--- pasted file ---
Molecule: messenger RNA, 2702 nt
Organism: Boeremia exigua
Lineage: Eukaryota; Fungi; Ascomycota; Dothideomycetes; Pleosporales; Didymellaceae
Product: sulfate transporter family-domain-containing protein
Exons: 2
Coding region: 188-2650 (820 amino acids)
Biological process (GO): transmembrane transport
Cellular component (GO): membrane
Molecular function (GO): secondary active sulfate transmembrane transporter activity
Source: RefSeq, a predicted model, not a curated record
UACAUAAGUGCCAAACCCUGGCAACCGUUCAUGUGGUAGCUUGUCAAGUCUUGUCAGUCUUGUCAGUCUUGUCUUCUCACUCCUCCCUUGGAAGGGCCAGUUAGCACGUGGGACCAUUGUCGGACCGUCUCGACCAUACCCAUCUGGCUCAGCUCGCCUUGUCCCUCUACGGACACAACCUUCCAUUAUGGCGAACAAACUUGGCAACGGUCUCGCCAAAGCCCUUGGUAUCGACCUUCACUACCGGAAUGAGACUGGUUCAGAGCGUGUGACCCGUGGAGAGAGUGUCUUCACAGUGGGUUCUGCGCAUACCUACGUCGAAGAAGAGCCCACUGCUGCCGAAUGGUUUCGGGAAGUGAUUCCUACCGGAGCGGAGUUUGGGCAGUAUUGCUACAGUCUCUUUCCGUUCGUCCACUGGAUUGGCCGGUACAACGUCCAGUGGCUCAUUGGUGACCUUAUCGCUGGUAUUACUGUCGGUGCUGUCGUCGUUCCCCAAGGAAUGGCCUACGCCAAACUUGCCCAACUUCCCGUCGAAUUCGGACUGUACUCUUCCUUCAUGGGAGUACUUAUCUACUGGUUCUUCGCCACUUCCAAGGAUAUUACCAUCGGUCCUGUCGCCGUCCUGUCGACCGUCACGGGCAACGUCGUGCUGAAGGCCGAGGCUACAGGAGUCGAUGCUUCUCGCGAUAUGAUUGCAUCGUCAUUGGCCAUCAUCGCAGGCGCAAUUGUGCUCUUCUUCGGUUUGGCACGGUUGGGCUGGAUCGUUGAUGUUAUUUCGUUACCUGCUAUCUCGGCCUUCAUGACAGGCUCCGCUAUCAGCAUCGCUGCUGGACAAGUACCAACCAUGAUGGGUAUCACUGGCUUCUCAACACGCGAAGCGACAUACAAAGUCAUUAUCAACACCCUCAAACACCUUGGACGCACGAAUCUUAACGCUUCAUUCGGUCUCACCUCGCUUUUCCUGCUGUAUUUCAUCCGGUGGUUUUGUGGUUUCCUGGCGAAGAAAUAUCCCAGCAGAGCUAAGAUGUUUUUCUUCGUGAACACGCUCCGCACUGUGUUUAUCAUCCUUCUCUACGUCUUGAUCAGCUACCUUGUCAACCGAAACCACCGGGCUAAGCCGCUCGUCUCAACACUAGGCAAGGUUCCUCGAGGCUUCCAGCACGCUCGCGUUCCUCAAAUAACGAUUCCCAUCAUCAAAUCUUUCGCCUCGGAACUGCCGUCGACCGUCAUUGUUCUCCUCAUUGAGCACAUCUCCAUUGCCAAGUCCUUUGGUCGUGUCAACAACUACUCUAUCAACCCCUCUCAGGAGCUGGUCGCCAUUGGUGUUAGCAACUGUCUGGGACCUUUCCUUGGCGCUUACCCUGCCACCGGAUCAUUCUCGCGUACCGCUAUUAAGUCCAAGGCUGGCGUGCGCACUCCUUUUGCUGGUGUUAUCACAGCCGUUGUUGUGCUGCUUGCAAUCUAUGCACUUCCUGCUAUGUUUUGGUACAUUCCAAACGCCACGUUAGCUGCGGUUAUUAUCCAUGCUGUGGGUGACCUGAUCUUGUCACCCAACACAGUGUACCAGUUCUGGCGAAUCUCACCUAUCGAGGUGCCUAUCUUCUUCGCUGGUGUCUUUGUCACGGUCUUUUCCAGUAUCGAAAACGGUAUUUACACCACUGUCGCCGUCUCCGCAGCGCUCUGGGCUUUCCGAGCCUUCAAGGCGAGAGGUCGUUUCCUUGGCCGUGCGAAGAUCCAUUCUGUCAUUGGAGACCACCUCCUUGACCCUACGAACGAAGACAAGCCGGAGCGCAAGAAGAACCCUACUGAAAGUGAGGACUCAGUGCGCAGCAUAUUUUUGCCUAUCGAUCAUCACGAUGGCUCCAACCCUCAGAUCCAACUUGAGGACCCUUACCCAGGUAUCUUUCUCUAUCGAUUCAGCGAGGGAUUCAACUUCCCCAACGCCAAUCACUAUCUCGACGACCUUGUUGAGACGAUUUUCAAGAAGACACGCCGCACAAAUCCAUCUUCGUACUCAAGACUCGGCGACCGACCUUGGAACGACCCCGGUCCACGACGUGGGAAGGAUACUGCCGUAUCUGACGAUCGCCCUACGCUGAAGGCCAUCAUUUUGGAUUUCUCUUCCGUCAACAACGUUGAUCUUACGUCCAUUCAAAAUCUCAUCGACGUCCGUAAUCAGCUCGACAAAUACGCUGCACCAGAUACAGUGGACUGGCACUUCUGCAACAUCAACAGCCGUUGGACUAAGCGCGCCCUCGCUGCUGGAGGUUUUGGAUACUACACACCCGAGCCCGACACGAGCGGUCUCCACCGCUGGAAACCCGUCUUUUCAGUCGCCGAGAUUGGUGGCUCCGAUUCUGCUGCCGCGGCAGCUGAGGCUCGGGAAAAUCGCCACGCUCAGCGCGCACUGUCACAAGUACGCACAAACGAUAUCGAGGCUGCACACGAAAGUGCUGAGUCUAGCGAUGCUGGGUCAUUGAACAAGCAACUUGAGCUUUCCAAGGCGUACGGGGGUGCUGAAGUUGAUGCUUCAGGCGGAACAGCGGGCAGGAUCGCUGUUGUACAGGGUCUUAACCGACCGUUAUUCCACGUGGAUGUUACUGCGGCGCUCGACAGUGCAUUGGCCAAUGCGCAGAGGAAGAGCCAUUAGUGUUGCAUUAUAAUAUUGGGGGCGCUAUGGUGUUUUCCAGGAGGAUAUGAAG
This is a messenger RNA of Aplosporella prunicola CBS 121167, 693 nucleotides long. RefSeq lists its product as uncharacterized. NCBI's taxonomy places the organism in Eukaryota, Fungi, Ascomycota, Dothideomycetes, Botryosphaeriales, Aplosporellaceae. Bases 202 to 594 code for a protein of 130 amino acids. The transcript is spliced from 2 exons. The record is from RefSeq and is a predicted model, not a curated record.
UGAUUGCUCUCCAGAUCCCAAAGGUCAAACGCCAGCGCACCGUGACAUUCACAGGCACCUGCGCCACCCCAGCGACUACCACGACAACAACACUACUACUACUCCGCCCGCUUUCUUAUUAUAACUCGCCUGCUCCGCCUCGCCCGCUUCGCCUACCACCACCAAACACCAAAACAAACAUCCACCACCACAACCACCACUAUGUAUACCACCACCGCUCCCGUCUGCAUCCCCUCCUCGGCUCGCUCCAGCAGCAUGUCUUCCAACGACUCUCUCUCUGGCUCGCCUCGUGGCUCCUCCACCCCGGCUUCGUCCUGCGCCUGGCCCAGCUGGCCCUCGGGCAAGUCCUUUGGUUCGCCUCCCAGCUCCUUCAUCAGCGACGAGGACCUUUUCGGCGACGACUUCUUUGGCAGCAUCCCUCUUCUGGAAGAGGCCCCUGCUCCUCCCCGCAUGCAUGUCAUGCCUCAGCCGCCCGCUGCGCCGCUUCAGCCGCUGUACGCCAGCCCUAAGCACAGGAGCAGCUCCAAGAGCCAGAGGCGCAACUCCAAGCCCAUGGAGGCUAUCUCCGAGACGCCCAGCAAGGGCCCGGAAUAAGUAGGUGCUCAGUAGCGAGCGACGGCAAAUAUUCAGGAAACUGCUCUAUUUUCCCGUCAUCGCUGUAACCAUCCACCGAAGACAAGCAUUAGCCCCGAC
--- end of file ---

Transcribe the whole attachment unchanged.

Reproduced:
Molecule: messenger RNA, 2702 nt
Organism: Boeremia exigua
Lineage: Eukaryota; Fungi; Ascomycota; Dothideomycetes; Pleosporales; Didymellaceae
Product: sulfate transporter family-domain-containing protein
Exons: 2
Coding region: 188-2650 (820 amino acids)
Biological process (GO): transmembrane transport
Cellular component (GO): membrane
Molecular function (GO): secondary active sulfate transmembrane transporter activity
Source: RefSeq, a predicted model, not a curated record
UACAUAAGUGCCAAACCCUGGCAACCGUUCAUGUGGUAGCUUGUCAAGUCUUGUCAGUCUUGUCAGUCUUGUCUUCUCACUCCUCCCUUGGAAGGGCCAGUUAGCACGUGGGACCAUUGUCGGACCGUCUCGACCAUACCCAUCUGGCUCAGCUCGCCUUGUCCCUCUACGGACACAACCUUCCAUUAUGGCGAACAAACUUGGCAACGGUCUCGCCAAAGCCCUUGGUAUCGACCUUCACUACCGGAAUGAGACUGGUUCAGAGCGUGUGACCCGUGGAGAGAGUGUCUUCACAGUGGGUUCUGCGCAUACCUACGUCGAAGAAGAGCCCACUGCUGCCGAAUGGUUUCGGGAAGUGAUUCCUACCGGAGCGGAGUUUGGGCAGUAUUGCUACAGUCUCUUUCCGUUCGUCCACUGGAUUGGCCGGUACAACGUCCAGUGGCUCAUUGGUGACCUUAUCGCUGGUAUUACUGUCGGUGCUGUCGUCGUUCCCCAAGGAAUGGCCUACGCCAAACUUGCCCAACUUCCCGUCGAAUUCGGACUGUACUCUUCCUUCAUGGGAGUACUUAUCUACUGGUUCUUCGCCACUUCCAAGGAUAUUACCAUCGGUCCUGUCGCCGUCCUGUCGACCGUCACGGGCAACGUCGUGCUGAAGGCCGAGGCUACAGGAGUCGAUGCUUCUCGCGAUAUGAUUGCAUCGUCAUUGGCCAUCAUCGCAGGCGCAAUUGUGCUCUUCUUCGGUUUGGCACGGUUGGGCUGGAUCGUUGAUGUUAUUUCGUUACCUGCUAUCUCGGCCUUCAUGACAGGCUCCGCUAUCAGCAUCGCUGCUGGACAAGUACCAACCAUGAUGGGUAUCACUGGCUUCUCAACACGCGAAGCGACAUACAAAGUCAUUAUCAACACCCUCAAACACCUUGGACGCACGAAUCUUAACGCUUCAUUCGGUCUCACCUCGCUUUUCCUGCUGUAUUUCAUCCGGUGGUUUUGUGGUUUCCUGGCGAAGAAAUAUCCCAGCAGAGCUAAGAUGUUUUUCUUCGUGAACACGCUCCGCACUGUGUUUAUCAUCCUUCUCUACGUCUUGAUCAGCUACCUUGUCAACCGAAACCACCGGGCUAAGCCGCUCGUCUCAACACUAGGCAAGGUUCCUCGAGGCUUCCAGCACGCUCGCGUUCCUCAAAUAACGAUUCCCAUCAUCAAAUCUUUCGCCUCGGAACUGCCGUCGACCGUCAUUGUUCUCCUCAUUGAGCACAUCUCCAUUGCCAAGUCCUUUGGUCGUGUCAACAACUACUCUAUCAACCCCUCUCAGGAGCUGGUCGCCAUUGGUGUUAGCAACUGUCUGGGACCUUUCCUUGGCGCUUACCCUGCCACCGGAUCAUUCUCGCGUACCGCUAUUAAGUCCAAGGCUGGCGUGCGCACUCCUUUUGCUGGUGUUAUCACAGCCGUUGUUGUGCUGCUUGCAAUCUAUGCACUUCCUGCUAUGUUUUGGUACAUUCCAAACGCCACGUUAGCUGCGGUUAUUAUCCAUGCUGUGGGUGACCUGAUCUUGUCACCCAACACAGUGUACCAGUUCUGGCGAAUCUCACCUAUCGAGGUGCCUAUCUUCUUCGCUGGUGUCUUUGUCACGGUCUUUUCCAGUAUCGAAAACGGUAUUUACACCACUGUCGCCGUCUCCGCAGCGCUCUGGGCUUUCCGAGCCUUCAAGGCGAGAGGUCGUUUCCUUGGCCGUGCGAAGAUCCAUUCUGUCAUUGGAGACCACCUCCUUGACCCUACGAACGAAGACAAGCCGGAGCGCAAGAAGAACCCUACUGAAAGUGAGGACUCAGUGCGCAGCAUAUUUUUGCCUAUCGAUCAUCACGAUGGCUCCAACCCUCAGAUCCAACUUGAGGACCCUUACCCAGGUAUCUUUCUCUAUCGAUUCAGCGAGGGAUUCAACUUCCCCAACGCCAAUCACUAUCUCGACGACCUUGUUGAGACGAUUUUCAAGAAGACACGCCGCACAAAUCCAUCUUCGUACUCAAGACUCGGCGACCGACCUUGGAACGACCCCGGUCCACGACGUGGGAAGGAUACUGCCGUAUCUGACGAUCGCCCUACGCUGAAGGCCAUCAUUUUGGAUUUCUCUUCCGUCAACAACGUUGAUCUUACGUCCAUUCAAAAUCUCAUCGACGUCCGUAAUCAGCUCGACAAAUACGCUGCACCAGAUACAGUGGACUGGCACUUCUGCAACAUCAACAGCCGUUGGACUAAGCGCGCCCUCGCUGCUGGAGGUUUUGGAUACUACACACCCGAGCCCGACACGAGCGGUCUCCACCGCUGGAAACCCGUCUUUUCAGUCGCCGAGAUUGGUGGCUCCGAUUCUGCUGCCGCGGCAGCUGAGGCUCGGGAAAAUCGCCACGCUCAGCGCGCACUGUCACAAGUACGCACAAACGAUAUCGAGGCUGCACACGAAAGUGCUGAGUCUAGCGAUGCUGGGUCAUUGAACAAGCAACUUGAGCUUUCCAAGGCGUACGGGGGUGCUGAAGUUGAUGCUUCAGGCGGAACAGCGGGCAGGAUCGCUGUUGUACAGGGUCUUAACCGACCGUUAUUCCACGUGGAUGUUACUGCGGCGCUCGACAGUGCAUUGGCCAAUGCGCAGAGGAAGAGCCAUUAGUGUUGCAUUAUAAUAUUGGGGGCGCUAUGGUGUUUUCCAGGAGGAUAUGAAG
This is a messenger RNA of Aplosporella prunicola CBS 121167, 693 nucleotides long. RefSeq lists its product as uncharacterized. NCBI's taxonomy places the organism in Eukaryota, Fungi, Ascomycota, Dothideomycetes, Botryosphaeriales, Aplosporellaceae. Bases 202 to 594 code for a protein of 130 amino acids. The transcript is spliced from 2 exons. The record is from RefSeq and is a predicted model, not a curated record.
UGAUUGCUCUCCAGAUCCCAAAGGUCAAACGCCAGCGCACCGUGACAUUCACAGGCACCUGCGCCACCCCAGCGACUACCACGACAACAACACUACUACUACUCCGCCCGCUUUCUUAUUAUAACUCGCCUGCUCCGCCUCGCCCGCUUCGCCUACCACCACCAAACACCAAAACAAACAUCCACCACCACAACCACCACUAUGUAUACCACCACCGCUCCCGUCUGCAUCCCCUCCUCGGCUCGCUCCAGCAGCAUGUCUUCCAACGACUCUCUCUCUGGCUCGCCUCGUGGCUCCUCCACCCCGGCUUCGUCCUGCGCCUGGCCCAGCUGGCCCUCGGGCAAGUCCUUUGGUUCGCCUCCCAGCUCCUUCAUCAGCGACGAGGACCUUUUCGGCGACGACUUCUUUGGCAGCAUCCCUCUUCUGGAAGAGGCCCCUGCUCCUCCCCGCAUGCAUGUCAUGCCUCAGCCGCCCGCUGCGCCGCUUCAGCCGCUGUACGCCAGCCCUAAGCACAGGAGCAGCUCCAAGAGCCAGAGGCGCAACUCCAAGCCCAUGGAGGCUAUCUCCGAGACGCCCAGCAAGGGCCCGGAAUAAGUAGGUGCUCAGUAGCGAGCGACGGCAAAUAUUCAGGAAACUGCUCUAUUUUCCCGUCAUCGCUGUAACCAUCCACCGAAGACAAGCAUUAGCCCCGAC